The Finance Act, 2020 has introduced new provisions related to the Tax Collection at Source (TCS) that will be in effect from October 01, 2020. With the new provisions, banks, authorized dealers, and the public will learn about ways to collect Tax at Source on foreign remittances. Additionally, the provisions will also help us learn about how the Finance Act, 2020 will affect Indian students who wish to transfer funds for their education to different countries or for managing their living expenses abroad after October 01, 2020.
But first, what do foreign remittances mean?
Foreign remittances are the outward remittances or the money that is going out of India. Provisions in the Finance Act, 2020 do not apply to inward remittances.
What do the provisions under the new tax rule specify?
A TCS of 5% will be imposed on all foreign tour packages and other foreign remittances under the Liberalized Remittance Scheme (LRS) that exceeds an amount of INR 7 lakh in a financial year.
Under the Liberalized Remittance Scheme (LRS), the Reserve Bank of India specifies that an individual is allowed to send an amount of up to USD 2,50,000 within a financial year from April to March.
According to the Finance Act, 2020, a Tax Collected at Source (TCS) will be charged on any foreign remittance that is made through LRS. It will also include the amount of money that has been transferred to any foreign university as payment of tuition fee, admission fee or living expenses.
In simple terms, this means that from October 01 onwards, Indian students who are studying abroad will have to pay TCS on any foreign remittance that exceeds the specified limit. However, this imposed TCS will not be applicable as the TDS (Tax Deducted at Source) has already been applied. Furthermore, it should be noted that this new Tax does not apply to foreign educational institutions.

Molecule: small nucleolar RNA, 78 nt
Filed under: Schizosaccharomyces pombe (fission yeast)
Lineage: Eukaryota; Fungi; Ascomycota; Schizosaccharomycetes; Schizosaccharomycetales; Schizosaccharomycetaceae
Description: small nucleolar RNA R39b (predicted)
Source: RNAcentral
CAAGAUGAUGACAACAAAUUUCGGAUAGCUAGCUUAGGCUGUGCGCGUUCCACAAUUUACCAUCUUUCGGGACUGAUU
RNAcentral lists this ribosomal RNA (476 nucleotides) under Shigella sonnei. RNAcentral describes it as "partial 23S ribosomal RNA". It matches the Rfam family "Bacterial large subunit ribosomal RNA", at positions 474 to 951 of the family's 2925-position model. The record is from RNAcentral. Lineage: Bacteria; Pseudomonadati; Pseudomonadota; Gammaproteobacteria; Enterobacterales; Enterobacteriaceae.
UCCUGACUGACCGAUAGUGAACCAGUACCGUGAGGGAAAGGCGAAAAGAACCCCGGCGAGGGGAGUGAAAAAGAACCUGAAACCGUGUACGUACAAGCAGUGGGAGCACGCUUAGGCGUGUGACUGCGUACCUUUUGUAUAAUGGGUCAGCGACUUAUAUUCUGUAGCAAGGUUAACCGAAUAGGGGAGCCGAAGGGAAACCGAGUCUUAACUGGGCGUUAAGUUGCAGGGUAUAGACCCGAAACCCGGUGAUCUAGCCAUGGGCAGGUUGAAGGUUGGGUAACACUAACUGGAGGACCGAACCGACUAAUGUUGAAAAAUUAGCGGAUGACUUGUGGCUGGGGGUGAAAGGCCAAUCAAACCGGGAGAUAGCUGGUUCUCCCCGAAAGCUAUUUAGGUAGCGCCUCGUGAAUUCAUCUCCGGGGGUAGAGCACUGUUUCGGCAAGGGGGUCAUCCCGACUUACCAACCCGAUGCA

What are the new provisions of TCS u/s 206 (1G)?
The new provisions of TCS include:
- Tax Rates:
A 5% TCS will be levied on foreign remittances above the stated limits if the Permanente Account Number (PAN) or Aadhaar details of the remitter are provided.
In contrast, if either of the details is not available, the TCS will be charged at a rate of 10%, higher than the normal rate.
Any remittance that is made on education loans for education in other foreign countries, a 0.5% rate of TCS will be applicable above the stated limits.
- Applicability of Tax Collection at Source:
Under LRS, resident individuals, including minors, will be liable to remit up to USD 2,50,000 for each financial year to another country. This amount will be made on any investment, or living expenses, or expenses related to studies, travelling, medical needs, etc.
The TCS will apply to foreign remittances only if the total amount exceeds INR 7,00,000 in a financial year. If the amount that is remitted is below INR 7,00,000, no TCS will be levied.
How does this new tax rule impact the Indian students who are seeking an education in foreign countries?
Like everything else, this new tax rule on foreign remittance will broadly impact Indian students who wish to have an education abroad.
- There will be an increased need to set a budget for TCS while doing any financial planning for foreign education. This is because the overall cost of pursuing such an education will increase due to TCS.
- Students who have been awarded scholarships, or have received financial support for their foreign education will also be required to pay TCS on their financial aid.
- The applicability of TCS will increase the number of students seeking education loans since the TCS in such a case will be at a lower rate of 0.5%.
- If their visas are refused, students will be required to claim the TCS amount as a refund against their tax liability.
- The amount of paperwork to apply to foreign schools will now be increased since the process of fund transfer will be a longer and more time-consuming process.